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On the Radar… (Late Summer Edition)

Bleecker Street

So now that the fall season is coming up, I’ll have to revert back to the monthly editions of these On the Rader… pieces since there’s no way I’ll be able to cover an entire season of major upcoming releases and awards players in just one article. But right now, it’s the calm before the storm. Not many high-profile films at the tail-end of this (way too damned hot) summer, but there are a few worth covering. Specifically…

PREY – In Theaters August 5


Directed by Dan Trachtenberg

Starring Amber Midthunder, with Dane DiLiegro and Michelle Thrush

What is it about? In the Comanche Nation in 1719, a fierce and highly skilled warrior named Naru learns the prey she is stalking is a highly evolved alien with a technologically advanced arsenal.

How am I feelin’ about this one? Now, okay, here is an I.P. franchise brand extension that I can get behind! If we’re going to keep mining this Predator well, let’s do something novel with it. Stop pitting this thing against tough guys in the modern world and trying to make that lighting strike twice. Go way forward or better yet, way back in time. Have the predator fight normies and people who aren’t jacked Arnold Schwarzenegger soldiers. Have them stalk different cultures and societies. At a minimum, Prey can’t possibly be worse than Shane Black’s The Predator.

Aside from some possibly understandably iffy CGI, the trailer itself looks like the kind of efficient, self-contained thriller that Trachtenberg’s 10 Cloverfield Lane was, and refreshingly free of any Marvel-esque “Well, that happened!” glib humor that sank the last one of these. Having our human protagonists be an 18th century Native American tribe could be… problematic, but to have a Native American actress headline a major sci-fi release is pretty damned cool, and could launch Amber Midthunder’s career to much higher prominence.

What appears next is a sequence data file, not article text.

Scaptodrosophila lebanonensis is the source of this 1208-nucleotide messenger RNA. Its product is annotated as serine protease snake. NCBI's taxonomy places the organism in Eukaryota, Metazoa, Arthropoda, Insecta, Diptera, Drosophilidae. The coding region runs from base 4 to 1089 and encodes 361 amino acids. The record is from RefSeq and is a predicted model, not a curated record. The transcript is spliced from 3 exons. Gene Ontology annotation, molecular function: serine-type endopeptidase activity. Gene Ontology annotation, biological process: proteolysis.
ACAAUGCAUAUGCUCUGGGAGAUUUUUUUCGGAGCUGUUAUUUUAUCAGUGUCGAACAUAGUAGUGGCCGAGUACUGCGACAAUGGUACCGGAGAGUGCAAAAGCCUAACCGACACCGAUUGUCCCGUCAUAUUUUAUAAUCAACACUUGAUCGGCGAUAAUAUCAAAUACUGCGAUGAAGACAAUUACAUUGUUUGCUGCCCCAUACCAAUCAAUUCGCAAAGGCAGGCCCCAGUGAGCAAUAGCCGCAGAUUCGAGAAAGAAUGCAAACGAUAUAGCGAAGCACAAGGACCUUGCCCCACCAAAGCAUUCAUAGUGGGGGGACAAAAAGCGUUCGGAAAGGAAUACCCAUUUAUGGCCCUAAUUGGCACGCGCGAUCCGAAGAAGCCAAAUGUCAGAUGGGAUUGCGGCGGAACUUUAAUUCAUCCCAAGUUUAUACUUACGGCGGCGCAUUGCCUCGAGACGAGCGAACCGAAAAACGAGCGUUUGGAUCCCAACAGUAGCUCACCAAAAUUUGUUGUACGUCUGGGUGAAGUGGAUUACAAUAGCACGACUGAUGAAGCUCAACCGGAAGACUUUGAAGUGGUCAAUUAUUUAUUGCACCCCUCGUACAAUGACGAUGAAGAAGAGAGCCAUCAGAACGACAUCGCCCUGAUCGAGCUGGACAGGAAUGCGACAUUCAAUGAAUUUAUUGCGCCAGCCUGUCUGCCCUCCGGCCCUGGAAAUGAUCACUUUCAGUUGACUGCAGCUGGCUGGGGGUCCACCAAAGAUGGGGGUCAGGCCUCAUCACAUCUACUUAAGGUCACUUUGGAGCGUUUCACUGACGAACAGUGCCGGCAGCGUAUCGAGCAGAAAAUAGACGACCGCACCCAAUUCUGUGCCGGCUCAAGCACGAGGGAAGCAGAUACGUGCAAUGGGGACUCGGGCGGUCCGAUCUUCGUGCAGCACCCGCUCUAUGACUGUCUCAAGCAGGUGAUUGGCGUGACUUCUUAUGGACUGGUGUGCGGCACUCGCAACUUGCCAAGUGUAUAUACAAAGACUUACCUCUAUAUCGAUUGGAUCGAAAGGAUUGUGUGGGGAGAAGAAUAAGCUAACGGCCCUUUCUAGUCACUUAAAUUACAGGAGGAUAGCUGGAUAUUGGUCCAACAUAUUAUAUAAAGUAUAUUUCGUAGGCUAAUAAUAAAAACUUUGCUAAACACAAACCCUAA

And it looks like Joey, at least, would validate my good feelings about this, praising the movie’s less-is-more approach and relentless suspense in his review. While he and I have not always seen-eye-to-eye on movies about killer aliens, the way he describes its greatest achievements being the things I’m most hopeful for gives me a great deal of hope that someone finally understood the appeal of this series thirty-five years later.

FALL – In Theaters August 12


Directed by Scott Mann

Starring Grace Caroline Currey and Virginia Gardner 

What is it about? After climbing to the top of a 2,000-foot radio tower in the middle of the desert, two best friends find themselves trapped after the structure’s only ladder breaks apart and crashes down to the ground.

How am I feelin’ about this one? Why the hell wasn’t this movie titled “Nope?” Because while I’m sure Mr. Mann has directed a proficient, white-knuckle, single-location thriller that will hopefully open doors for his career… yeah, I’m sorry, just looking at that one production still is making me say “Nope, nope, nope, nope, nope, nope, nope, nopity, nope, nope!” over and over. Can’t watch this. Won’t be able to handle it. Sorry!

EMILY THE CRIMINAL – In Theaters August 12

Emily the Criminal

Directed by John Patton Ford

Starring Aubrey Plaza, with Theo Rossi and Megalyn Echikunwoke

What is it about? Saddled with debt, Emily gets involved in a credit card scam that pulls her into the criminal underworld of Los Angeles.

How am I feelin’ about this one? For fans of Aubrey Plaza wondering if she’d ever get a plum role that showcases her dramatic chops and maybe even score a coveted O-word, your wait might be coming to an end soon. For up-and-coming John Patton Ford has decided to headline her in his feature debut Emily the Criminal, which looks to be a burgeoning sub-genre: the unbearably tense and frenetic low-budget crime thriller. The most well-known examples of this are arguably Good Time and Uncut Gems from Josh and Benny Safdie, but you also have The Guilty, You Were Never Really Here, Shimmer Lake, Super Dark Times, Green Room, and Nightcrawler. I’m sure there are cultural and industry reasons why this has become a more popular subgenre in the smaller, more adult-oriented market, but for the purposes of this article, it’s important to note that Emily the Criminal finds itself in pretty (relatively) popular company.